On Sun, Oct 11, 2020 at 05:47:44PM -0400, Wes Turner wrote:

No, 2 times something is greater than something. Something over something is 1.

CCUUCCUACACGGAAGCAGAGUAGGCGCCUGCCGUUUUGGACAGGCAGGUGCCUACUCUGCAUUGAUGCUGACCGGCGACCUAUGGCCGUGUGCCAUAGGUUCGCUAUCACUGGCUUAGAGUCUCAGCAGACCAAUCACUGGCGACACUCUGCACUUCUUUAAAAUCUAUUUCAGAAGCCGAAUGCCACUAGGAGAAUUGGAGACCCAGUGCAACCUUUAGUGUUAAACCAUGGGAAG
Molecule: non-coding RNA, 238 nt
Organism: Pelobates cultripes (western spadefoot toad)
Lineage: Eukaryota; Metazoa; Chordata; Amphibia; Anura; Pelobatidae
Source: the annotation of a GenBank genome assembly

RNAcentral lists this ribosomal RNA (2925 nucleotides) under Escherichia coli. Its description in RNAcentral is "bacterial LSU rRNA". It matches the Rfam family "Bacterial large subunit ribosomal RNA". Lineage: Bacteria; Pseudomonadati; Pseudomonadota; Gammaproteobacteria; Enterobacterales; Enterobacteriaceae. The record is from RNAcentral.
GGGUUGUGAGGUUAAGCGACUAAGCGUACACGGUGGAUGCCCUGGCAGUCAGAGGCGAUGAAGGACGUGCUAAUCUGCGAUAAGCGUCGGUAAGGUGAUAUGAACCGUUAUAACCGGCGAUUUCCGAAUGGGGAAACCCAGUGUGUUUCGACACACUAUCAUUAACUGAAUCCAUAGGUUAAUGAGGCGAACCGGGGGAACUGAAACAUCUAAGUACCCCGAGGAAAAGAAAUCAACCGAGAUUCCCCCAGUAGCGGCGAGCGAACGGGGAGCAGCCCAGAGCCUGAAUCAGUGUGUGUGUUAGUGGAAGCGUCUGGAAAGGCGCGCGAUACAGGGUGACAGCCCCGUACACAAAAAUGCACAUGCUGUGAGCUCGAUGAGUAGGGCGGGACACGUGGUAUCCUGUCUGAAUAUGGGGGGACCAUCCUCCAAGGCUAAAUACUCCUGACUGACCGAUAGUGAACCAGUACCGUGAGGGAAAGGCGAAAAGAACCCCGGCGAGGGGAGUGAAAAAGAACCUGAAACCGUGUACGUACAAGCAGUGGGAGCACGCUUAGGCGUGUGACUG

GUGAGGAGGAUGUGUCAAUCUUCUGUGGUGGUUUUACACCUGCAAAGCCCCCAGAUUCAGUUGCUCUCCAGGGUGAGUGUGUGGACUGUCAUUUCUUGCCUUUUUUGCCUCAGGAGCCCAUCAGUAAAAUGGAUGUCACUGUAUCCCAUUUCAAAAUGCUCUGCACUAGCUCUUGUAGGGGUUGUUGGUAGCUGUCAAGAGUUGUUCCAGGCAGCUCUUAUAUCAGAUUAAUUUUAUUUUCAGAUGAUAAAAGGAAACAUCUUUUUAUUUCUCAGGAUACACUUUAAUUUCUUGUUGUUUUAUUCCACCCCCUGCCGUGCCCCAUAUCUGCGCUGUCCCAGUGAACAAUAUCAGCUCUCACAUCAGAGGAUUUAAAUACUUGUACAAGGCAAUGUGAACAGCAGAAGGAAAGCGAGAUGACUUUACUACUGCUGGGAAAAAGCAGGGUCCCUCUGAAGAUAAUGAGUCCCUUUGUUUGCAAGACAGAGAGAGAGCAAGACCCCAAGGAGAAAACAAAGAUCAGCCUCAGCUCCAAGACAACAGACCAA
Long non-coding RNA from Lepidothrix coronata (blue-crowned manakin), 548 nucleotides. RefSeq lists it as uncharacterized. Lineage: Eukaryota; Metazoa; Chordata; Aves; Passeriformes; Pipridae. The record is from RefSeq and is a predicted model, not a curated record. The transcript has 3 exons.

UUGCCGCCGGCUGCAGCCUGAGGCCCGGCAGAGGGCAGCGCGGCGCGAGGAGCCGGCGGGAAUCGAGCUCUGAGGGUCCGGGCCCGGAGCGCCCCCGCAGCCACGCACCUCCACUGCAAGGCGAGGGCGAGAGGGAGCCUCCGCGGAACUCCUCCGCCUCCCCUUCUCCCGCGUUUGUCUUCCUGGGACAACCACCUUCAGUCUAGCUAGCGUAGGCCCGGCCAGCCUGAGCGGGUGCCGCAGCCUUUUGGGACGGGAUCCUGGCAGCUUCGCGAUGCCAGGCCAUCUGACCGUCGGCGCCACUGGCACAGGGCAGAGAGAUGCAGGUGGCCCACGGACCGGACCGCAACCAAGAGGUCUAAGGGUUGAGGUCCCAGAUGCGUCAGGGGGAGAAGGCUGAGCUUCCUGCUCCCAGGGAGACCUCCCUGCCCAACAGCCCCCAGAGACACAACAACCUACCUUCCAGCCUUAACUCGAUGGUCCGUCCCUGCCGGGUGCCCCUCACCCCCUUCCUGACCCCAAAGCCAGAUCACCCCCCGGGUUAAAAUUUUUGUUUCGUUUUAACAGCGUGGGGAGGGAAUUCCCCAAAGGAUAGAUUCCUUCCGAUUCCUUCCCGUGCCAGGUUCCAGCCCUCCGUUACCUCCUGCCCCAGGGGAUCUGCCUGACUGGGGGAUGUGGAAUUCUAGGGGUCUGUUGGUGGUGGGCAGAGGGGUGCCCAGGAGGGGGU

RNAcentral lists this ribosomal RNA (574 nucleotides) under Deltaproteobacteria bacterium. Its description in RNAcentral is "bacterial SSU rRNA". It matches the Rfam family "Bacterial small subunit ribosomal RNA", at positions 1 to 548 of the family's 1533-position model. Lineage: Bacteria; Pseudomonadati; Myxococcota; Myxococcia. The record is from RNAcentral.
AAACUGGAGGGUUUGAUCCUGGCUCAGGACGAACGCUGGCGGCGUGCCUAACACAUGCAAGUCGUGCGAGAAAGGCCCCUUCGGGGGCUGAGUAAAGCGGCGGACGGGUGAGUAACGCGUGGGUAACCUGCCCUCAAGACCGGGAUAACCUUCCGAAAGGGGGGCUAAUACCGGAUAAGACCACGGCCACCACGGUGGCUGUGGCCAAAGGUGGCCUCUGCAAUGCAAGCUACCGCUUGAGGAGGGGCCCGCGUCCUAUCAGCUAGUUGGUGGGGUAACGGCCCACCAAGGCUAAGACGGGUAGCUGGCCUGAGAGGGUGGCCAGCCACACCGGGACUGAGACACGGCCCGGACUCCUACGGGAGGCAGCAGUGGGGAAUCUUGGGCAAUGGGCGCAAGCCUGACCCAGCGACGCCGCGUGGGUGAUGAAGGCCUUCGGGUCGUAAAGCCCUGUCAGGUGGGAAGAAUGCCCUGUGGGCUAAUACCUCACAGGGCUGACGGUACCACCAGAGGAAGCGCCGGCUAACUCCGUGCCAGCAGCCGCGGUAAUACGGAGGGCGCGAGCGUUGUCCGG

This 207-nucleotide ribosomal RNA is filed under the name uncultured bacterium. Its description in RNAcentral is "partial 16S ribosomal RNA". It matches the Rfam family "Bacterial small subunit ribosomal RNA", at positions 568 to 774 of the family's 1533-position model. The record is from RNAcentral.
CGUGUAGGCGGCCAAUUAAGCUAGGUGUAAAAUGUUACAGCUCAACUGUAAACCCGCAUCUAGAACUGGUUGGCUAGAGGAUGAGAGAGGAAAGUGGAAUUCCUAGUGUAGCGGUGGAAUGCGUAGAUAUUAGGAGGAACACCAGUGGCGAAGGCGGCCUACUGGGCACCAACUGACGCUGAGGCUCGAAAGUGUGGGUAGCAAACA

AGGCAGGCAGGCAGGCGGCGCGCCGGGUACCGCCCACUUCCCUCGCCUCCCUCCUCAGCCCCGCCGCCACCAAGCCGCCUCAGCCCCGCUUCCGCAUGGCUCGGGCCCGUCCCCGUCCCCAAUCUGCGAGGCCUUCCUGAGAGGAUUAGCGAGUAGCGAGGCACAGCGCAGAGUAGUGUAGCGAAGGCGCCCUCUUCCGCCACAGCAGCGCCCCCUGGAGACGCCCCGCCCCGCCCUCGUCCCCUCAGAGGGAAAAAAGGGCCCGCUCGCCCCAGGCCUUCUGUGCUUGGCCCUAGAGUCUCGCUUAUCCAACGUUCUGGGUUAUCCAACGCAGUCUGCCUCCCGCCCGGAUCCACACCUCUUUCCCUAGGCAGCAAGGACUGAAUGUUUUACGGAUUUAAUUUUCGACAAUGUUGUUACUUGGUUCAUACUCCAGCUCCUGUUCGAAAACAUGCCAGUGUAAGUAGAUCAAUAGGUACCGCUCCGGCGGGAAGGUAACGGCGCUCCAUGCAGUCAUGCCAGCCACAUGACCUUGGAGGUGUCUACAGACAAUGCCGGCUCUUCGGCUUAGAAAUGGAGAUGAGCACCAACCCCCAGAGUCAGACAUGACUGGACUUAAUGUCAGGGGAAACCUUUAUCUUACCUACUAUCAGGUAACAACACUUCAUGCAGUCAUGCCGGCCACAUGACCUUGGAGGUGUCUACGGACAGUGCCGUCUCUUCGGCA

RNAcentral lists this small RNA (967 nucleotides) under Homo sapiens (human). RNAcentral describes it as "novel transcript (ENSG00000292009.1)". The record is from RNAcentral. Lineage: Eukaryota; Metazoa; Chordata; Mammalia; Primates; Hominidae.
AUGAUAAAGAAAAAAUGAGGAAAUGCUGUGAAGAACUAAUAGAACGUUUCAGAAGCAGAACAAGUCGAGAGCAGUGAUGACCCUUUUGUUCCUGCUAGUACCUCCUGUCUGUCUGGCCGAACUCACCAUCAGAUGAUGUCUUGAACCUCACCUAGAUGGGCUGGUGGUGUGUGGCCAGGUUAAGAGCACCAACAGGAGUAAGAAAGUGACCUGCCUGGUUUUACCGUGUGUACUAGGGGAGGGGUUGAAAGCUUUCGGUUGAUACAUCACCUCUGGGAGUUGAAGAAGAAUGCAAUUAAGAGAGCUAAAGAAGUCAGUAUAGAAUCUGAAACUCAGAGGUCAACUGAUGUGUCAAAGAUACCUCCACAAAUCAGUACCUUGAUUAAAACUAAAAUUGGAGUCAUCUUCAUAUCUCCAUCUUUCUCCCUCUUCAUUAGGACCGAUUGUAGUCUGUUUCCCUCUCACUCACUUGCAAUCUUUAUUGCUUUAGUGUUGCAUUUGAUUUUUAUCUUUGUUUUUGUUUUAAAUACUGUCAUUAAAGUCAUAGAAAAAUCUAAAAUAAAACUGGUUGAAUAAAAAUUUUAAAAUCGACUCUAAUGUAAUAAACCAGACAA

Define "something". Define "times" (multiplication). Define "greater than". Define "over" (division). And while you are at it, don't forget to define what you mean by "infinity". Do you mean potential infinity, actual infinity, Absolute infinity, aleph and beth numbers, omegas, or something else? https://www.cut-the-knot.org/WhatIs/WhatIsInfinity.shtml I am not being facetious. Getting your definitions right is vital if you wish to avoid error, and to avoid miscommunication. Change the definitions, and you change the meaning of everything said. (1) In the so-called "real numbers", there is no such thing as infinity. Since there is no such thing as infinity, infinity is not "something" that can be multiplied or divided, or added or subtracted. In the Real number system, there is no coherent way of doing arithmetic on "infinity". "Two times infinity" is meaningless. In the real numbers, there's no sensible way of doing arithmetic with "infinity" without leading to contradiction. Informally, infinity in the Real number system is a process that never completes, so doing twice as much doesn't take any longer. (2) Mathematicians have created at least two extensions to the Real number line which do include at least one infinity. It is possible to construct a coherent system that is not self-contradictory by including either a pair of plus and minus infinity, or just a single unsigned infinity: https://en.wikipedia.org/wiki/Extended_real_number_line https://en.wikipedia.org/wiki/Projectively_extended_real_line But in doing so, we have to give up certain "common sense" properties of finite numbers. For example, with only a single infinity, infinity is both greater than everything, and less than (more negative) than everything. We lose a coherent definition of "greater than". Even in the extended number lines, two times infinity is just infinity, and infinity divided by infinity is not coherent and cannot be defined in any sensible way. The IEEE-754 standard, and consequently Python floats, closely models the extended real number line. (3) In the *cardinal numbers*, there is something called infinity. Or rather, there are an *infinite number* of infinities, starting with the smallest, aleph-0, which represents the cardinality of the integers, i.e. what people usually mean when they think of infinity. Even in the cardinal numbers, two times infinity (aleph-0) is just aleph-0; however you might be pleased to know that two to the power of aleph-0 is aleph-1. Arithmetic with infinite cardinal numbers is strange. https://en.wikipedia.org/wiki/Hilbert's_paradox_of_the_Grand_Hotel (4) In other extensions of the real numbers, such as hyperreal and surreal numbers, we can work with various different kinds of infinities (and infinitesimals). For example, in the surreal numbers, we can do arithmetic on infinities, and you will be gratified, I am sure, that twice infinity is different from plain old infinity. In the language of the surreals: 2ω = ω + ω ≠ ω (That's an omega symbol, not ∞.) Unfortunately, the surreals are very different from the commonsense world of the real numbers we know and love. For starters, they form a tree, not a line. You cannot reach ω by starting at 0 and adding 1 repeatedly. (ω is not the successor of any ordinal number.) Consequently there are other infinite numbers like ω-1 that are less than infinity but cannot be reached by counting upwards from zero but only by counting down from infinity. And of course, in the surreal numbers, there are an infinity of ever-growing infinities: not just ω+1 and 2ω but ω^2 and ω^ω and so on, all of which are "bigger than infinity". https://en.wikipedia.org/wiki/Surreal_number All very fascinating I am sure, but I don't think that we should be trying to emulate the surreal numbers as part of float. -- Steve